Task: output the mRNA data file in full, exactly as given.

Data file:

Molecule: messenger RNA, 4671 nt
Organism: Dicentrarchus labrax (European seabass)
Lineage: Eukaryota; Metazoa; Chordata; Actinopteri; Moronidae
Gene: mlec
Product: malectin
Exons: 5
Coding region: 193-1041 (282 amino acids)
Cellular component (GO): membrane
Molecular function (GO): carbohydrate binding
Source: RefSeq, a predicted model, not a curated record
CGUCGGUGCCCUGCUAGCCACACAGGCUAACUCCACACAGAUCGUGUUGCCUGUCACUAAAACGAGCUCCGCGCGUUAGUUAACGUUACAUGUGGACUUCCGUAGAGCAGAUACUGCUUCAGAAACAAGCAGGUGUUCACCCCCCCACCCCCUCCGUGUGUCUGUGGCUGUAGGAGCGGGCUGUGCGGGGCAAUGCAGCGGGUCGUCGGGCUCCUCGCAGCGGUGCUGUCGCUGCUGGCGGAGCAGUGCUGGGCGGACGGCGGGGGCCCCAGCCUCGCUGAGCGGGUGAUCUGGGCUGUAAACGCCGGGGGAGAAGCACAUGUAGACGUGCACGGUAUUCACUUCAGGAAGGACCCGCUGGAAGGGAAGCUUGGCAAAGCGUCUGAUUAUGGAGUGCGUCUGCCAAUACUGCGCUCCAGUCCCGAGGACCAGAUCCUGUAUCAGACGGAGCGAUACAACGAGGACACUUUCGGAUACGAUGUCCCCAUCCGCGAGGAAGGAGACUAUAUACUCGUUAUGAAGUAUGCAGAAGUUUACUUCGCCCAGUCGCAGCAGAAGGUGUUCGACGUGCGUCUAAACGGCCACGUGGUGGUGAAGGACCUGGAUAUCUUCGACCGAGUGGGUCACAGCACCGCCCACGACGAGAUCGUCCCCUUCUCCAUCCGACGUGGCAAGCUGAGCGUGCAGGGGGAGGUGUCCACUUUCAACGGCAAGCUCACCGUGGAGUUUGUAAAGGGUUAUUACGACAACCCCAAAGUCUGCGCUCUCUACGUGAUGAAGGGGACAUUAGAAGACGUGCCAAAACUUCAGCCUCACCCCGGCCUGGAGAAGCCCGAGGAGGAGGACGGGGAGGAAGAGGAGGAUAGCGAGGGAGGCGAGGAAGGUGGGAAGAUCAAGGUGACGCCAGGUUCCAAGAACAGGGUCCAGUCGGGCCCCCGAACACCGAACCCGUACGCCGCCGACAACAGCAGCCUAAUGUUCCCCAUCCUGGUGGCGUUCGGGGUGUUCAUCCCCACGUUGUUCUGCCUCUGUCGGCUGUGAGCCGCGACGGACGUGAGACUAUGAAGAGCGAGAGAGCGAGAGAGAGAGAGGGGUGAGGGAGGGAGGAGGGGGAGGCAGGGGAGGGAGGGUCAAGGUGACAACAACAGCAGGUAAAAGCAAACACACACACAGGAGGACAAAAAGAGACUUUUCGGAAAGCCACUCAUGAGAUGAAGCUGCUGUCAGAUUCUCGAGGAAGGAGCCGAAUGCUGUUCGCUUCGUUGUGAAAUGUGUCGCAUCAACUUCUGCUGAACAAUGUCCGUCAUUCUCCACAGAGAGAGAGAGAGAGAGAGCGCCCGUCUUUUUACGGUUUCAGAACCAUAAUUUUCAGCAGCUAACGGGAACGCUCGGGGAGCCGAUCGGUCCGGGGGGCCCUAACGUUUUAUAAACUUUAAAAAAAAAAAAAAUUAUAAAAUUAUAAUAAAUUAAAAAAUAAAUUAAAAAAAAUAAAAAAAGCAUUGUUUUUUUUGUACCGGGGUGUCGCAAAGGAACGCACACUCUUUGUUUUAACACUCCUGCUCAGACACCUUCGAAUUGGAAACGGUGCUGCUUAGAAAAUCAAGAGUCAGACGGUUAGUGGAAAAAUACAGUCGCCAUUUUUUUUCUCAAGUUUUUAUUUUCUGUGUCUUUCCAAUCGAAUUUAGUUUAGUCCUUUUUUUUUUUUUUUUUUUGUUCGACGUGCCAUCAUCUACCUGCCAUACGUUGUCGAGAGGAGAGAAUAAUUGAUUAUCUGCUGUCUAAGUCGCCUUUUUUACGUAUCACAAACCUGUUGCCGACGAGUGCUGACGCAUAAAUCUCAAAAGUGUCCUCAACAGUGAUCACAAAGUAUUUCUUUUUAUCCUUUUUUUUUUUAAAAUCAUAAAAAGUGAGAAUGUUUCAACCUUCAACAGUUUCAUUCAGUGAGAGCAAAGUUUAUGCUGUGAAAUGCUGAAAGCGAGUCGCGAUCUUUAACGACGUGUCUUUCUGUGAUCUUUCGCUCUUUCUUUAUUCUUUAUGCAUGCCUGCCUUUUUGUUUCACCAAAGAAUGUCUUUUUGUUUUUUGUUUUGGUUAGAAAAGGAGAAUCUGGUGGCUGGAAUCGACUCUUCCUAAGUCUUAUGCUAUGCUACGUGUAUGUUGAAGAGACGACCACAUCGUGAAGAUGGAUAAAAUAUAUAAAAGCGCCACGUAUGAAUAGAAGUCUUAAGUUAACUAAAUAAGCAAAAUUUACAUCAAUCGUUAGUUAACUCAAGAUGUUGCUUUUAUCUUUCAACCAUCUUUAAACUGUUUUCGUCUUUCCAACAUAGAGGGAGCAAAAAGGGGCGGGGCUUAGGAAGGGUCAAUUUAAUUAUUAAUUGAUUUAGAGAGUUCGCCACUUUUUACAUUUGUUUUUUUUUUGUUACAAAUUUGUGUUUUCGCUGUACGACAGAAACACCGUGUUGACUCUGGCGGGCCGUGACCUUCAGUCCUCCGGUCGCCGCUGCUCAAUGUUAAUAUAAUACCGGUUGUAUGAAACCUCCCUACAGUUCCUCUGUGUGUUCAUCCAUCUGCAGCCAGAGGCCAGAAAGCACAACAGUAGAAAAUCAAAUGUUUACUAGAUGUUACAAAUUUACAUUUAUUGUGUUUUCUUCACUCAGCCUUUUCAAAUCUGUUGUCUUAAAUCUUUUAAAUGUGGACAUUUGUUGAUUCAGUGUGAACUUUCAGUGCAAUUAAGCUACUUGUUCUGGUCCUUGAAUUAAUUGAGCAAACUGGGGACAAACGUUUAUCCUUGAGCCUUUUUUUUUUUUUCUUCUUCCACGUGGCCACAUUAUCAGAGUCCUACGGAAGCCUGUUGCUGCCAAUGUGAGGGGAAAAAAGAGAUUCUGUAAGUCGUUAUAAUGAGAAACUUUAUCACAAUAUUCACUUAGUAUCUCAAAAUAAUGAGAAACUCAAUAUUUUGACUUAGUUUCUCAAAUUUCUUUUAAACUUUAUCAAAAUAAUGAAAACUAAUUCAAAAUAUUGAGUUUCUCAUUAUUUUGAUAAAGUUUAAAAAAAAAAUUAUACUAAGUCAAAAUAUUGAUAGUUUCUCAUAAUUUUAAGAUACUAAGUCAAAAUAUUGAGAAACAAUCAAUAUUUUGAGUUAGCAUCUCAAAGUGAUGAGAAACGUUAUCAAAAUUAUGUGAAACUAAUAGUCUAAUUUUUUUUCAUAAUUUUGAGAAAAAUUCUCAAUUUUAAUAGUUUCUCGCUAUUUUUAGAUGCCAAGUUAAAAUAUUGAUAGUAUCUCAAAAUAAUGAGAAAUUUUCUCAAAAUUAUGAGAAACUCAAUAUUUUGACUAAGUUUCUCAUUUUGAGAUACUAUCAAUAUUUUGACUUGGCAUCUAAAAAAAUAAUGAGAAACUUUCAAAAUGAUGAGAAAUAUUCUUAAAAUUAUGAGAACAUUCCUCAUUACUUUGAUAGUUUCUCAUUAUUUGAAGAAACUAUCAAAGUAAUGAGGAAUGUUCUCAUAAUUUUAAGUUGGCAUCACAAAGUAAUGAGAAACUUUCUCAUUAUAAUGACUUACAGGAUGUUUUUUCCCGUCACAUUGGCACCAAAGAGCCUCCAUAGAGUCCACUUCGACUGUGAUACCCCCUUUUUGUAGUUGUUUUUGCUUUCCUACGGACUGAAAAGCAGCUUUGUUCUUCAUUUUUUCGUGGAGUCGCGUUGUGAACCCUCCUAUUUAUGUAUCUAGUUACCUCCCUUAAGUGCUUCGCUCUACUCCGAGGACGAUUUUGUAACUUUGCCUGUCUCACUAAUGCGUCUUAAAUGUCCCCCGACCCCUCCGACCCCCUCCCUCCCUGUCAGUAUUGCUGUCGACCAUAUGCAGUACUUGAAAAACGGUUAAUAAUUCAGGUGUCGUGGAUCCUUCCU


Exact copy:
Molecule: messenger RNA, 4671 nt
Organism: Dicentrarchus labrax (European seabass)
Lineage: Eukaryota; Metazoa; Chordata; Actinopteri; Moronidae
Gene: mlec
Product: malectin
Exons: 5
Coding region: 193-1041 (282 amino acids)
Cellular component (GO): membrane
Molecular function (GO): carbohydrate binding
Source: RefSeq, a predicted model, not a curated record
CGUCGGUGCCCUGCUAGCCACACAGGCUAACUCCACACAGAUCGUGUUGCCUGUCACUAAAACGAGCUCCGCGCGUUAGUUAACGUUACAUGUGGACUUCCGUAGAGCAGAUACUGCUUCAGAAACAAGCAGGUGUUCACCCCCCCACCCCCUCCGUGUGUCUGUGGCUGUAGGAGCGGGCUGUGCGGGGCAAUGCAGCGGGUCGUCGGGCUCCUCGCAGCGGUGCUGUCGCUGCUGGCGGAGCAGUGCUGGGCGGACGGCGGGGGCCCCAGCCUCGCUGAGCGGGUGAUCUGGGCUGUAAACGCCGGGGGAGAAGCACAUGUAGACGUGCACGGUAUUCACUUCAGGAAGGACCCGCUGGAAGGGAAGCUUGGCAAAGCGUCUGAUUAUGGAGUGCGUCUGCCAAUACUGCGCUCCAGUCCCGAGGACCAGAUCCUGUAUCAGACGGAGCGAUACAACGAGGACACUUUCGGAUACGAUGUCCCCAUCCGCGAGGAAGGAGACUAUAUACUCGUUAUGAAGUAUGCAGAAGUUUACUUCGCCCAGUCGCAGCAGAAGGUGUUCGACGUGCGUCUAAACGGCCACGUGGUGGUGAAGGACCUGGAUAUCUUCGACCGAGUGGGUCACAGCACCGCCCACGACGAGAUCGUCCCCUUCUCCAUCCGACGUGGCAAGCUGAGCGUGCAGGGGGAGGUGUCCACUUUCAACGGCAAGCUCACCGUGGAGUUUGUAAAGGGUUAUUACGACAACCCCAAAGUCUGCGCUCUCUACGUGAUGAAGGGGACAUUAGAAGACGUGCCAAAACUUCAGCCUCACCCCGGCCUGGAGAAGCCCGAGGAGGAGGACGGGGAGGAAGAGGAGGAUAGCGAGGGAGGCGAGGAAGGUGGGAAGAUCAAGGUGACGCCAGGUUCCAAGAACAGGGUCCAGUCGGGCCCCCGAACACCGAACCCGUACGCCGCCGACAACAGCAGCCUAAUGUUCCCCAUCCUGGUGGCGUUCGGGGUGUUCAUCCCCACGUUGUUCUGCCUCUGUCGGCUGUGAGCCGCGACGGACGUGAGACUAUGAAGAGCGAGAGAGCGAGAGAGAGAGAGGGGUGAGGGAGGGAGGAGGGGGAGGCAGGGGAGGGAGGGUCAAGGUGACAACAACAGCAGGUAAAAGCAAACACACACACAGGAGGACAAAAAGAGACUUUUCGGAAAGCCACUCAUGAGAUGAAGCUGCUGUCAGAUUCUCGAGGAAGGAGCCGAAUGCUGUUCGCUUCGUUGUGAAAUGUGUCGCAUCAACUUCUGCUGAACAAUGUCCGUCAUUCUCCACAGAGAGAGAGAGAGAGAGAGCGCCCGUCUUUUUACGGUUUCAGAACCAUAAUUUUCAGCAGCUAACGGGAACGCUCGGGGAGCCGAUCGGUCCGGGGGGCCCUAACGUUUUAUAAACUUUAAAAAAAAAAAAAAUUAUAAAAUUAUAAUAAAUUAAAAAAUAAAUUAAAAAAAAUAAAAAAAGCAUUGUUUUUUUUGUACCGGGGUGUCGCAAAGGAACGCACACUCUUUGUUUUAACACUCCUGCUCAGACACCUUCGAAUUGGAAACGGUGCUGCUUAGAAAAUCAAGAGUCAGACGGUUAGUGGAAAAAUACAGUCGCCAUUUUUUUUCUCAAGUUUUUAUUUUCUGUGUCUUUCCAAUCGAAUUUAGUUUAGUCCUUUUUUUUUUUUUUUUUUUGUUCGACGUGCCAUCAUCUACCUGCCAUACGUUGUCGAGAGGAGAGAAUAAUUGAUUAUCUGCUGUCUAAGUCGCCUUUUUUACGUAUCACAAACCUGUUGCCGACGAGUGCUGACGCAUAAAUCUCAAAAGUGUCCUCAACAGUGAUCACAAAGUAUUUCUUUUUAUCCUUUUUUUUUUUAAAAUCAUAAAAAGUGAGAAUGUUUCAACCUUCAACAGUUUCAUUCAGUGAGAGCAAAGUUUAUGCUGUGAAAUGCUGAAAGCGAGUCGCGAUCUUUAACGACGUGUCUUUCUGUGAUCUUUCGCUCUUUCUUUAUUCUUUAUGCAUGCCUGCCUUUUUGUUUCACCAAAGAAUGUCUUUUUGUUUUUUGUUUUGGUUAGAAAAGGAGAAUCUGGUGGCUGGAAUCGACUCUUCCUAAGUCUUAUGCUAUGCUACGUGUAUGUUGAAGAGACGACCACAUCGUGAAGAUGGAUAAAAUAUAUAAAAGCGCCACGUAUGAAUAGAAGUCUUAAGUUAACUAAAUAAGCAAAAUUUACAUCAAUCGUUAGUUAACUCAAGAUGUUGCUUUUAUCUUUCAACCAUCUUUAAACUGUUUUCGUCUUUCCAACAUAGAGGGAGCAAAAAGGGGCGGGGCUUAGGAAGGGUCAAUUUAAUUAUUAAUUGAUUUAGAGAGUUCGCCACUUUUUACAUUUGUUUUUUUUUUGUUACAAAUUUGUGUUUUCGCUGUACGACAGAAACACCGUGUUGACUCUGGCGGGCCGUGACCUUCAGUCCUCCGGUCGCCGCUGCUCAAUGUUAAUAUAAUACCGGUUGUAUGAAACCUCCCUACAGUUCCUCUGUGUGUUCAUCCAUCUGCAGCCAGAGGCCAGAAAGCACAACAGUAGAAAAUCAAAUGUUUACUAGAUGUUACAAAUUUACAUUUAUUGUGUUUUCUUCACUCAGCCUUUUCAAAUCUGUUGUCUUAAAUCUUUUAAAUGUGGACAUUUGUUGAUUCAGUGUGAACUUUCAGUGCAAUUAAGCUACUUGUUCUGGUCCUUGAAUUAAUUGAGCAAACUGGGGACAAACGUUUAUCCUUGAGCCUUUUUUUUUUUUUCUUCUUCCACGUGGCCACAUUAUCAGAGUCCUACGGAAGCCUGUUGCUGCCAAUGUGAGGGGAAAAAAGAGAUUCUGUAAGUCGUUAUAAUGAGAAACUUUAUCACAAUAUUCACUUAGUAUCUCAAAAUAAUGAGAAACUCAAUAUUUUGACUUAGUUUCUCAAAUUUCUUUUAAACUUUAUCAAAAUAAUGAAAACUAAUUCAAAAUAUUGAGUUUCUCAUUAUUUUGAUAAAGUUUAAAAAAAAAAUUAUACUAAGUCAAAAUAUUGAUAGUUUCUCAUAAUUUUAAGAUACUAAGUCAAAAUAUUGAGAAACAAUCAAUAUUUUGAGUUAGCAUCUCAAAGUGAUGAGAAACGUUAUCAAAAUUAUGUGAAACUAAUAGUCUAAUUUUUUUUCAUAAUUUUGAGAAAAAUUCUCAAUUUUAAUAGUUUCUCGCUAUUUUUAGAUGCCAAGUUAAAAUAUUGAUAGUAUCUCAAAAUAAUGAGAAAUUUUCUCAAAAUUAUGAGAAACUCAAUAUUUUGACUAAGUUUCUCAUUUUGAGAUACUAUCAAUAUUUUGACUUGGCAUCUAAAAAAAUAAUGAGAAACUUUCAAAAUGAUGAGAAAUAUUCUUAAAAUUAUGAGAACAUUCCUCAUUACUUUGAUAGUUUCUCAUUAUUUGAAGAAACUAUCAAAGUAAUGAGGAAUGUUCUCAUAAUUUUAAGUUGGCAUCACAAAGUAAUGAGAAACUUUCUCAUUAUAAUGACUUACAGGAUGUUUUUUCCCGUCACAUUGGCACCAAAGAGCCUCCAUAGAGUCCACUUCGACUGUGAUACCCCCUUUUUGUAGUUGUUUUUGCUUUCCUACGGACUGAAAAGCAGCUUUGUUCUUCAUUUUUUCGUGGAGUCGCGUUGUGAACCCUCCUAUUUAUGUAUCUAGUUACCUCCCUUAAGUGCUUCGCUCUACUCCGAGGACGAUUUUGUAACUUUGCCUGUCUCACUAAUGCGUCUUAAAUGUCCCCCGACCCCUCCGACCCCCUCCCUCCCUGUCAGUAUUGCUGUCGACCAUAUGCAGUACUUGAAAAACGGUUAAUAAUUCAGGUGUCGUGGAUCCUUCCU